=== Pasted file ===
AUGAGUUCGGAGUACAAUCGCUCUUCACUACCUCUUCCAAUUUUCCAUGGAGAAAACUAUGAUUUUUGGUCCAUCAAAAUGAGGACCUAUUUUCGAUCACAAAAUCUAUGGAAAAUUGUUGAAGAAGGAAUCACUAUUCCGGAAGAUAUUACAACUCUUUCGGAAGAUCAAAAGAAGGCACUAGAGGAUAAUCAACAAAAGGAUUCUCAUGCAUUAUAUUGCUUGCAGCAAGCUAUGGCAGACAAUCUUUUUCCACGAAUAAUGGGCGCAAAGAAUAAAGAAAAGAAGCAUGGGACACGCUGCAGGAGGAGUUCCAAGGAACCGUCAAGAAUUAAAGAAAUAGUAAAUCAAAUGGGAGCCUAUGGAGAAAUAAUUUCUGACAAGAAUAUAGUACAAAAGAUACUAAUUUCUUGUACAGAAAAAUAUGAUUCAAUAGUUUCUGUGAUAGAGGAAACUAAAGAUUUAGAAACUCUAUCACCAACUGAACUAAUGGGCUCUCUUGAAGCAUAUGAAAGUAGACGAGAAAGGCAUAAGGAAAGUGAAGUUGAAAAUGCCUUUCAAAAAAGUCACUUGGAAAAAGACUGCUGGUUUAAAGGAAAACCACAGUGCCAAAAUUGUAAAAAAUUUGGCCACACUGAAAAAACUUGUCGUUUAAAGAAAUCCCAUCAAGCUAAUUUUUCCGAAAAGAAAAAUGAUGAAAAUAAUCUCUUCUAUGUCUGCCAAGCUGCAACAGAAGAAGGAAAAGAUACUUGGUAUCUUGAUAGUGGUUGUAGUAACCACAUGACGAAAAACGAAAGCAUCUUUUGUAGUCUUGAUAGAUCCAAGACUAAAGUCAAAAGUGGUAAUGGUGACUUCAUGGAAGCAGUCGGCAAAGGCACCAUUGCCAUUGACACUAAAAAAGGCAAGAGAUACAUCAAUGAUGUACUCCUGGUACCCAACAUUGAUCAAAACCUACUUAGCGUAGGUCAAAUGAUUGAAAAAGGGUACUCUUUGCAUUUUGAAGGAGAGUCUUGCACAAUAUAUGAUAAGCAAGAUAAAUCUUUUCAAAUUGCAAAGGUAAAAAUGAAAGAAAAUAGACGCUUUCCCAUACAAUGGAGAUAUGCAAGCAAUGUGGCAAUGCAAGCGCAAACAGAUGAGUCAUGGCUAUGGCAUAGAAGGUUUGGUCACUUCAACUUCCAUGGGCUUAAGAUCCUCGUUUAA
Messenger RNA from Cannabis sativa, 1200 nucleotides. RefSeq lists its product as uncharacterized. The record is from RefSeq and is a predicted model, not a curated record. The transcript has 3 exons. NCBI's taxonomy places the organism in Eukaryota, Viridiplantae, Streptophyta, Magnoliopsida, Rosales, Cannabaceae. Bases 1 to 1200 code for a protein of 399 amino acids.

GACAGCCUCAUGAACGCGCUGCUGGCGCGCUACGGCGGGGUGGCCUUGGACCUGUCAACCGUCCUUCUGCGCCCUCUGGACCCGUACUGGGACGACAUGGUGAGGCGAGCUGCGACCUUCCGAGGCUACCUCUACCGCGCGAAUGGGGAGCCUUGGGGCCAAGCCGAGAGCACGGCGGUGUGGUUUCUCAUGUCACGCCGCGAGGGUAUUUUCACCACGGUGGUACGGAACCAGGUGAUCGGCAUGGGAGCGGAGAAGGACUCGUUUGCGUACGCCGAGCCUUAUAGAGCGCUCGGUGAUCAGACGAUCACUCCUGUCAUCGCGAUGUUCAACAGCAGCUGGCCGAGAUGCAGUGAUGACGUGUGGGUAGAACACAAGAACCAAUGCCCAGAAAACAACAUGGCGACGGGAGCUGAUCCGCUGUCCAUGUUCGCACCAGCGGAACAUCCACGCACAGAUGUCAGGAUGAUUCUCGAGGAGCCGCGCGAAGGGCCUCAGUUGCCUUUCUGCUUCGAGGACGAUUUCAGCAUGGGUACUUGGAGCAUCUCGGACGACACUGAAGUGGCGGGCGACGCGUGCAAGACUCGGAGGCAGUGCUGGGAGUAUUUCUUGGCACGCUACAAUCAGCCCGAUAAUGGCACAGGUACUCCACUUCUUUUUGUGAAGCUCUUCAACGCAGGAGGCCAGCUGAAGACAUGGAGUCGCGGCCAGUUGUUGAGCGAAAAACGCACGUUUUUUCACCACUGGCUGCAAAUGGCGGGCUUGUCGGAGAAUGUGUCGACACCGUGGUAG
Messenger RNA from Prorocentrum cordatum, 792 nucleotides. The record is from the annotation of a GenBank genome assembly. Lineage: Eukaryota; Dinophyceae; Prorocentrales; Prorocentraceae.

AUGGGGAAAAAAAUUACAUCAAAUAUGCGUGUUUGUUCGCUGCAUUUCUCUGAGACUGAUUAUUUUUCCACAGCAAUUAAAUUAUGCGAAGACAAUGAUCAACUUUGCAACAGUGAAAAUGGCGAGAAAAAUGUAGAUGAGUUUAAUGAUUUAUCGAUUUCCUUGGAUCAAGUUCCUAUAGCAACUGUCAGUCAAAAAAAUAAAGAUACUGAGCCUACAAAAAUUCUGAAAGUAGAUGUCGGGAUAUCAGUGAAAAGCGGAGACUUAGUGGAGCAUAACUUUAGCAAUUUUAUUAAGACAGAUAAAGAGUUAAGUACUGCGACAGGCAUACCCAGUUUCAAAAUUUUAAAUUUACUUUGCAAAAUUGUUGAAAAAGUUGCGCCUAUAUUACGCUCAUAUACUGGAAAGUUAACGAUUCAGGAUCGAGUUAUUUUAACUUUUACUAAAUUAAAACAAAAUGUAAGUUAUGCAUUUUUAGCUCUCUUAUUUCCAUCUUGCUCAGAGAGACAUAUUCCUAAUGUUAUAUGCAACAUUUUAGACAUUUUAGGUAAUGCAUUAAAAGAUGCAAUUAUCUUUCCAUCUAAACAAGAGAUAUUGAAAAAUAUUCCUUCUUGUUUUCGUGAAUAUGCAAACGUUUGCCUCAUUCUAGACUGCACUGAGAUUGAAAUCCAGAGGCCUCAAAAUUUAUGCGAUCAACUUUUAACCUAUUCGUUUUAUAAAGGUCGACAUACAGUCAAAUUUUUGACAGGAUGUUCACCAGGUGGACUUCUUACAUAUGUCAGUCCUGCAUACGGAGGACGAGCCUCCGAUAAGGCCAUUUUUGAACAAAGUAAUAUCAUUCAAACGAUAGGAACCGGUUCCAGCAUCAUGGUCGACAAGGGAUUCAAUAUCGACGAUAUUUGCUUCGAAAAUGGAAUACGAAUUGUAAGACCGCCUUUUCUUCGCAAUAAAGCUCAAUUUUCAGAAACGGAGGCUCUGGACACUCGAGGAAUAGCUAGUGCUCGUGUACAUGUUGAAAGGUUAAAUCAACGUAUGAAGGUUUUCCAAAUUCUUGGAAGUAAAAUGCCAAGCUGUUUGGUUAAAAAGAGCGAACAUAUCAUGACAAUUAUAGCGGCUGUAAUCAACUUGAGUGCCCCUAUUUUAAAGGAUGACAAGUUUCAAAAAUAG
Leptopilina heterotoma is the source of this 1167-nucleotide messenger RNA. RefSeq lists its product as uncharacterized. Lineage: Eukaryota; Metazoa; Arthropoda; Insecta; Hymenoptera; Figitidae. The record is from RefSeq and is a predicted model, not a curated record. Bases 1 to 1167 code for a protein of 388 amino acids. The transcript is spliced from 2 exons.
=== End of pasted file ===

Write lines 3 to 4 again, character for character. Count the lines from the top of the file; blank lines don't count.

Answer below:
GACAGCCUCAUGAACGCGCUGCUGGCGCGCUACGGCGGGGUGGCCUUGGACCUGUCAACCGUCCUUCUGCGCCCUCUGGACCCGUACUGGGACGACAUGGUGAGGCGAGCUGCGACCUUCCGAGGCUACCUCUACCGCGCGAAUGGGGAGCCUUGGGGCCAAGCCGAGAGCACGGCGGUGUGGUUUCUCAUGUCACGCCGCGAGGGUAUUUUCACCACGGUGGUACGGAACCAGGUGAUCGGCAUGGGAGCGGAGAAGGACUCGUUUGCGUACGCCGAGCCUUAUAGAGCGCUCGGUGAUCAGACGAUCACUCCUGUCAUCGCGAUGUUCAACAGCAGCUGGCCGAGAUGCAGUGAUGACGUGUGGGUAGAACACAAGAACCAAUGCCCAGAAAACAACAUGGCGACGGGAGCUGAUCCGCUGUCCAUGUUCGCACCAGCGGAACAUCCACGCACAGAUGUCAGGAUGAUUCUCGAGGAGCCGCGCGAAGGGCCUCAGUUGCCUUUCUGCUUCGAGGACGAUUUCAGCAUGGGUACUUGGAGCAUCUCGGACGACACUGAAGUGGCGGGCGACGCGUGCAAGACUCGGAGGCAGUGCUGGGAGUAUUUCUUGGCACGCUACAAUCAGCCCGAUAAUGGCACAGGUACUCCACUUCUUUUUGUGAAGCUCUUCAACGCAGGAGGCCAGCUGAAGACAUGGAGUCGCGGCCAGUUGUUGAGCGAAAAACGCACGUUUUUUCACCACUGGCUGCAAAUGGCGGGCUUGUCGGAGAAUGUGUCGACACCGUGGUAG
Messenger RNA from Prorocentrum cordatum, 792 nucleotides. The record is from the annotation of a GenBank genome assembly. Lineage: Eukaryota; Dinophyceae; Prorocentrales; Prorocentraceae.